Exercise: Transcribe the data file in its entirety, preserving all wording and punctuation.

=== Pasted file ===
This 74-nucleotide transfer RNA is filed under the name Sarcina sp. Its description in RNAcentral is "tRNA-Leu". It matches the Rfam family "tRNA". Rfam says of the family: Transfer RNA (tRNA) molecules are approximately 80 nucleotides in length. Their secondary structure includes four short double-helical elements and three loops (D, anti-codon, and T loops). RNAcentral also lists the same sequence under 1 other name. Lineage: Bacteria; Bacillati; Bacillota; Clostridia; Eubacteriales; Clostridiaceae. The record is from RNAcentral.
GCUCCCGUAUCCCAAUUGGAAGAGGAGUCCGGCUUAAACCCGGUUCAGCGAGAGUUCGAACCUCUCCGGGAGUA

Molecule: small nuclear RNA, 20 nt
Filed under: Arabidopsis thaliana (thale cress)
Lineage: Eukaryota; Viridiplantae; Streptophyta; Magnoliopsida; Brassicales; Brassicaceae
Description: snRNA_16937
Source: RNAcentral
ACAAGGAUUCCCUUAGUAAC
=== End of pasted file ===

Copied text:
This 74-nucleotide transfer RNA is filed under the name Sarcina sp. Its description in RNAcentral is "tRNA-Leu". It matches the Rfam family "tRNA". Rfam says of the family: Transfer RNA (tRNA) molecules are approximately 80 nucleotides in length. Their secondary structure includes four short double-helical elements and three loops (D, anti-codon, and T loops). RNAcentral also lists the same sequence under 1 other name. Lineage: Bacteria; Bacillati; Bacillota; Clostridia; Eubacteriales; Clostridiaceae. The record is from RNAcentral.
GCUCCCGUAUCCCAAUUGGAAGAGGAGUCCGGCUUAAACCCGGUUCAGCGAGAGUUCGAACCUCUCCGGGAGUA

Molecule: small nuclear RNA, 20 nt
Filed under: Arabidopsis thaliana (thale cress)
Lineage: Eukaryota; Viridiplantae; Streptophyta; Magnoliopsida; Brassicales; Brassicaceae
Description: snRNA_16937
Source: RNAcentral
ACAAGGAUUCCCUUAGUAAC